Conversations


What do you do when if feels like you call out to the Lord continually but don’t hear an answer — Is this a trial of faith? Is it not God’s time for an answer? Am I asking the wrong question? Does God not care?
 
With the psalmist we cry:
 
Why, O Lord, do you stand far off?
Why do you hide yourself in times of trouble?
My God, My God, why have you forsaken me?
 

I’m sure we can all relate to these out-crying moments — but how do we get to the praise of psalm 18 and 28: 

“I love you, O Lord, my strength. The Lord is my rock, my fortress, my deliverer”
“To you, O Lord, I call; my rock, do not refuse to hear me.”
 

One of my favorite teachings on prayer comes from Walter Wangerin Jr.  He teaches prayer as 4 acts of conversation: 1.We speak. 2.God Listens. 3.God speaks. 4.We listen. Simple, and a fifty percent guarantee. The reality that God will listen and speak is a given, leaving the onus on me to carry out my  part.

 
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This entry was posted in Dissapointment and Discouragement, Faith, God, Love, Praise, Prayer by Melodius Monk. Bookmark the permalink.


About Melodius Monk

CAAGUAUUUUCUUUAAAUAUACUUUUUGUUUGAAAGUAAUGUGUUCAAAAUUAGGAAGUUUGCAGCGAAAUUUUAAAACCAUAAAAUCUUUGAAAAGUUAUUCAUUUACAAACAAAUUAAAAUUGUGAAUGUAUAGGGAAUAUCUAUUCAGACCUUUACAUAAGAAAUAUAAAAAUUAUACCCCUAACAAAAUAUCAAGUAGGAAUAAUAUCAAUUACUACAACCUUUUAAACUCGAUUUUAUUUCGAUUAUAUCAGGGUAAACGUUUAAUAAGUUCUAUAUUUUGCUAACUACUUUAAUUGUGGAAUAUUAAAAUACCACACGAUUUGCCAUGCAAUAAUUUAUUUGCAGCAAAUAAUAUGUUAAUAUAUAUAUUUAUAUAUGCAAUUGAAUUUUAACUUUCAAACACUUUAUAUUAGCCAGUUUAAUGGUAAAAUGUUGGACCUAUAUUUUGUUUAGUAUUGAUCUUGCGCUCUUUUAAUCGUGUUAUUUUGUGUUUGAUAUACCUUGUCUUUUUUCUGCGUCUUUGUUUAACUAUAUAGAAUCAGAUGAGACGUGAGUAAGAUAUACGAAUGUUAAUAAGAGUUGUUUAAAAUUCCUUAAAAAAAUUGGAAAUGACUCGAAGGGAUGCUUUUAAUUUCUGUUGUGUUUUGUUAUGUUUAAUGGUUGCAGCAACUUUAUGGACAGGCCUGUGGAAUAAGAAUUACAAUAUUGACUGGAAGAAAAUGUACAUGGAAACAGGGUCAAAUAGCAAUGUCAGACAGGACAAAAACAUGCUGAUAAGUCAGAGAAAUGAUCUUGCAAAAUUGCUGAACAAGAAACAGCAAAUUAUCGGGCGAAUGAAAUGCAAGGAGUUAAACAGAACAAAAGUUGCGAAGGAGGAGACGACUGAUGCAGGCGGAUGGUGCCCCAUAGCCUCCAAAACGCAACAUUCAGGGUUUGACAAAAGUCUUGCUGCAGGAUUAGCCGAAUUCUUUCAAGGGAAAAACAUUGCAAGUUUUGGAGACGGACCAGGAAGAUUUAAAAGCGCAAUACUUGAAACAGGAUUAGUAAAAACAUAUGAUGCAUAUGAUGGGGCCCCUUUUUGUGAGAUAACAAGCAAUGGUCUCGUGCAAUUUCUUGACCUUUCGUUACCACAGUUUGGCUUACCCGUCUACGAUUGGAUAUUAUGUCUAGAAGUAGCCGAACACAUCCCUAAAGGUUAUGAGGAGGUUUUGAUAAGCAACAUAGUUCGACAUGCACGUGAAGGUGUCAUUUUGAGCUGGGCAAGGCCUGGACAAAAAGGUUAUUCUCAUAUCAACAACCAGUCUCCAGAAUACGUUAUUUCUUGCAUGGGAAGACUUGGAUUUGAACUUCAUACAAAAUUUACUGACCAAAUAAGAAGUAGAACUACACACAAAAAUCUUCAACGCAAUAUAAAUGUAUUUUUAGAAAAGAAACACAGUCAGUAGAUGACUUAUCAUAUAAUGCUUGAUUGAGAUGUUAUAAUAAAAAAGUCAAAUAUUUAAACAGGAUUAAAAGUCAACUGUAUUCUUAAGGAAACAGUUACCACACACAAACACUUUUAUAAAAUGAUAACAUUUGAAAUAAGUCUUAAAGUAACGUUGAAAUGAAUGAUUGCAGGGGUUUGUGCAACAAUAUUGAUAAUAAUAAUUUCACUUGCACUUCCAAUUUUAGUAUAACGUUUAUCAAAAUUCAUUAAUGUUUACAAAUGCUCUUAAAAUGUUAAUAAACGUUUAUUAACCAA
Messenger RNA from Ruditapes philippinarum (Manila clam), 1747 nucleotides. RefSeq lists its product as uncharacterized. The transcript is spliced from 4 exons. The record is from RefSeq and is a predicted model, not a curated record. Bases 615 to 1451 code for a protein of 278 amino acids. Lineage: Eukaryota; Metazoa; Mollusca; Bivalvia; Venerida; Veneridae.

I'm 30 years old, and I grew up at the Community of Jesus. My parents moved from Ohio to live at the Community two years before I was born, so with the exception of a few years at college, I’ve lived in the Community my whole life. I became a Novice Brother in 2003, and made my profession as a brother in 2005. Currently I have a pretty varied life as a brother. In addition to daily responsibilities in our liturgies, I cook, sing, play trumpet, and am responsible for various cleaning and maintenance needs in the church building (my favorite jobs is changing the light bulbs at 45 feet!) I also arrange transportation for brothers to various appointments, work on repairing musical instruments, clean the barn, give tours of the church, make the weekly food menu for the Friary, and help out with various other needs as they arise around the Community. Growing up, I was not particularly interested in the religious life, but I met Jesus at an inter-varsity fellowship meeting my second year in college, and that re-directed my life drastically. I feel very fortunate to have found my life’s calling, and the hope for more wholeness is what keeps me on my monastic journey on difficult days.

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